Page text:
Take a look at how your Progress to Partner subscription can help even the most reluctant networker to build a partner-sized client portfolio – Progress to Partner & Business Development

7) Increase your activity levels

Lead generation is a numbers game, plain and simple. If you are not getting enough new business through the door then seriously consider upping your activity levels. For example, if you blog monthly, then increase the frequency to fortnightly. When one of my clients went from a bi-monthly to a monthly newsletter to his key contacts, the leads started to roll in. As an overwhelming 77% of internet users regularly read blog posts, online content could be a focus while you’re at home. According to the statistics, it’s better to post longer (more comprehensive) content with less frequency than it is to put out shorter blogs more often (see image below).  This is most likely due to the finding that articles with a word count over 2,500 tend to earn the most links.

You can only produce as much content as you can but it is important to remember that consistency and staying front of mind is essential to business development. 95% of buyers buy from someone who gave them content at each stage of the Buyer’s Journey so when it comes to your business development strategy, think of this overall journey rather than just the sale.

8) Measure and monitor what you are doing

You may feel as if you are not making any progress, especially since everything is up in the air during this time, so that is why it’s so essential that you measure and monitor the impact of the activity you are doing. For example, are you making more beneficial connections with your social media efforts?

Have you strengthened relationships or gotten more work from your existing clients specifically because you’ve touched base and reminded them of your availability? The more data and information you have about what looks like it’s working and what isn’t, the better informed decisions you can make about where to invest more of your time in the future. When it comes to business development strategies, measuring your success is essential to progress. Otherwise, how else are you going to improve if you don’t know what’s working?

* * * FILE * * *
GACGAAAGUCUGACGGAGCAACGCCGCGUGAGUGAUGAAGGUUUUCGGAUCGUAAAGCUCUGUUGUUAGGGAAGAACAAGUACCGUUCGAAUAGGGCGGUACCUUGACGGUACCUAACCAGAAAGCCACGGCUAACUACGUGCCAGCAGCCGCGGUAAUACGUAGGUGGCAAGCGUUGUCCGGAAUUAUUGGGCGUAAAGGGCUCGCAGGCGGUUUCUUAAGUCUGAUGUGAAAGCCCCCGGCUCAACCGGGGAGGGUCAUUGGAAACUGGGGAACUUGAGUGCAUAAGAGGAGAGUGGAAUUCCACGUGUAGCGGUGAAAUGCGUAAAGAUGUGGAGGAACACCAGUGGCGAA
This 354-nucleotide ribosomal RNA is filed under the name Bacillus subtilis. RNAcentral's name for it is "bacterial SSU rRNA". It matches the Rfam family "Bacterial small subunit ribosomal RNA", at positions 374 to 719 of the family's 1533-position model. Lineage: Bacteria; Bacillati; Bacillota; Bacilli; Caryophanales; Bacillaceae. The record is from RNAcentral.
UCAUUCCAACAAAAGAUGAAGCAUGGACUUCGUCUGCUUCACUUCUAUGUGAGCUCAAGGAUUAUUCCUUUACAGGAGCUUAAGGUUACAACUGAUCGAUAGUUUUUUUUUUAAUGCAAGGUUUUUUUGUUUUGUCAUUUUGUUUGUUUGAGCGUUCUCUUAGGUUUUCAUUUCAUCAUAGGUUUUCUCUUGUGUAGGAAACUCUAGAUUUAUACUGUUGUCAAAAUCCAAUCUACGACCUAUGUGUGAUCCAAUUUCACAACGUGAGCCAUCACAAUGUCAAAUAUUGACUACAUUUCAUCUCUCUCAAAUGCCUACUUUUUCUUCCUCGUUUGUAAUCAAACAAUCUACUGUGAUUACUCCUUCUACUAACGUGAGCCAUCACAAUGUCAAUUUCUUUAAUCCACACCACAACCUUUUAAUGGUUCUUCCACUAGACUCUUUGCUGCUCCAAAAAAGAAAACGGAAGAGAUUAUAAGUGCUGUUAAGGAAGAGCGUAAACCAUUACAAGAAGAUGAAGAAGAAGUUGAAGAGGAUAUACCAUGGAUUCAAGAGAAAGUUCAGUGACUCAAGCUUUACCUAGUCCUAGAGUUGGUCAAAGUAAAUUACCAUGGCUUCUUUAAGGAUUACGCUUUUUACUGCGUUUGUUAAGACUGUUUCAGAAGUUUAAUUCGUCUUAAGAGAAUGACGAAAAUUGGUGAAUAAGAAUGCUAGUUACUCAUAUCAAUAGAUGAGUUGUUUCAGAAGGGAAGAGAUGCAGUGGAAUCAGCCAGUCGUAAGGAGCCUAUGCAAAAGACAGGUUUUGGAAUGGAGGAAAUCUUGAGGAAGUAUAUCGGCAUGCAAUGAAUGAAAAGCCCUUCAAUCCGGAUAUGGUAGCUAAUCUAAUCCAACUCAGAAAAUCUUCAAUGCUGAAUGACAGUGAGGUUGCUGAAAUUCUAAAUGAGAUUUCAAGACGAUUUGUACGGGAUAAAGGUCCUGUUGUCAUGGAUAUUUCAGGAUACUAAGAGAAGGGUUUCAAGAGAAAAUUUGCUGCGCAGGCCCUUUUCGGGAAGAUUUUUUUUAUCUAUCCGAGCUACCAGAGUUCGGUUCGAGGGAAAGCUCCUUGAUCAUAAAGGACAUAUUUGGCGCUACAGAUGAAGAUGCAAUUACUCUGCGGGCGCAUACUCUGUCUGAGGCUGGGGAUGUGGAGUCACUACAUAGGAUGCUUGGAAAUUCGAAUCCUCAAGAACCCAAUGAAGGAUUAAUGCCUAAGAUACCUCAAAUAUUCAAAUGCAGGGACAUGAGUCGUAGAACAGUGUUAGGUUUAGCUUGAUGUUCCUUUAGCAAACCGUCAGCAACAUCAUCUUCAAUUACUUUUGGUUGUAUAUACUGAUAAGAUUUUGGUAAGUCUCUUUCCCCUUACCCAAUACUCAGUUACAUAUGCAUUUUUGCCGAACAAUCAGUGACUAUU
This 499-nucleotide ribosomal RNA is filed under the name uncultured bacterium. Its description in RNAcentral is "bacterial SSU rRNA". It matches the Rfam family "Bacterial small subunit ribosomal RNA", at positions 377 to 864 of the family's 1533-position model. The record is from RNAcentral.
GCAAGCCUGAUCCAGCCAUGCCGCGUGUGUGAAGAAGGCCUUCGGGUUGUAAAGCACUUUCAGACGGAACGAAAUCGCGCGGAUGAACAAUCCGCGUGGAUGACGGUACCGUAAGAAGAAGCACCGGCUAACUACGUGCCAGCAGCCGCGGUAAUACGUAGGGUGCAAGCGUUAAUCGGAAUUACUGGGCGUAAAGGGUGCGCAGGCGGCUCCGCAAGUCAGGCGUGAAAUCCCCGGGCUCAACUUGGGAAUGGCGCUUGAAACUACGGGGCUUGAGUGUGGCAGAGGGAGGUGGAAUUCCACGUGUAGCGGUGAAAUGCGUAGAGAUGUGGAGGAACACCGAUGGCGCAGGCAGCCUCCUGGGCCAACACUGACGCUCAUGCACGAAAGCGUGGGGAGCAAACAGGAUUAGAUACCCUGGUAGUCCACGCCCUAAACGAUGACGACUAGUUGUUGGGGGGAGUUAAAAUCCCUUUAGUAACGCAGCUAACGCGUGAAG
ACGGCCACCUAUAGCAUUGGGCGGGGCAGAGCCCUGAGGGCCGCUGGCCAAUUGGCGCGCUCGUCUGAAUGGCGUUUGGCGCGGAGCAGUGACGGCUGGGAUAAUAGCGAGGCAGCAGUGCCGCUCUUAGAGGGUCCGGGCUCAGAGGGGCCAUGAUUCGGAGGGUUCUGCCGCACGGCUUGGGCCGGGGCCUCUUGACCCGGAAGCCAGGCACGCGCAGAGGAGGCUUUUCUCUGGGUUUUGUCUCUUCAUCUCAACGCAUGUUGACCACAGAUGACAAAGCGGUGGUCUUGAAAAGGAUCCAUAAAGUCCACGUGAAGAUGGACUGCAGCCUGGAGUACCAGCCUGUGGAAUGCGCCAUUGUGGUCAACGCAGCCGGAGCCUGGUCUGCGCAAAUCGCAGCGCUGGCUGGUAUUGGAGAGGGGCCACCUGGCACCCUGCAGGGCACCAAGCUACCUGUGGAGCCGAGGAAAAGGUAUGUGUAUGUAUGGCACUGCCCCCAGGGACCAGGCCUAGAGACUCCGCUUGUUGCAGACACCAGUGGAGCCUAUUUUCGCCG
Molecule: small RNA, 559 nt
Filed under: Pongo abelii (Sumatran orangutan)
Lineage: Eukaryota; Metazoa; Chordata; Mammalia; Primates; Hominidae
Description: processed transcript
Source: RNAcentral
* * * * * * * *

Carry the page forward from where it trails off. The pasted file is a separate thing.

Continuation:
Our subscriber-only Progress to Partner membership site has a great Game Plan called “…I’m a good technician but don’t have a client portfolio” to help you get started on your networking and business development journey

Business development takes time (but it’s more than worth it!)

To get through this difficult time, you need to adapt your mindset (and your business development strategy) from winning new clients to focusing on building trust and relationships. After all, it is just as, if not more, important. As Seth Godin put it, “People don’t believe what you tell them. They rarely believe what you show them … They always believe what they tell themselves.”  For this reason, you need to be consistent in your building your online presence and stay front of mind with your clients. It may be easy to shrug off business development; you may not want to do it, you don’t have the time or you are feeling a bit helpless, but it is important. If you are consistent with your business development efforts now and you do a little a day, that stomach-churning feeling will cease and you will start to see results. Imagine for a moment how that would feel.

Did you know? Our subscriber-only Progress to Partner membership site has a great Game Plan called “…I’m a good technician but don’t have a client portfolio” to help you get started on your networking and business development journey.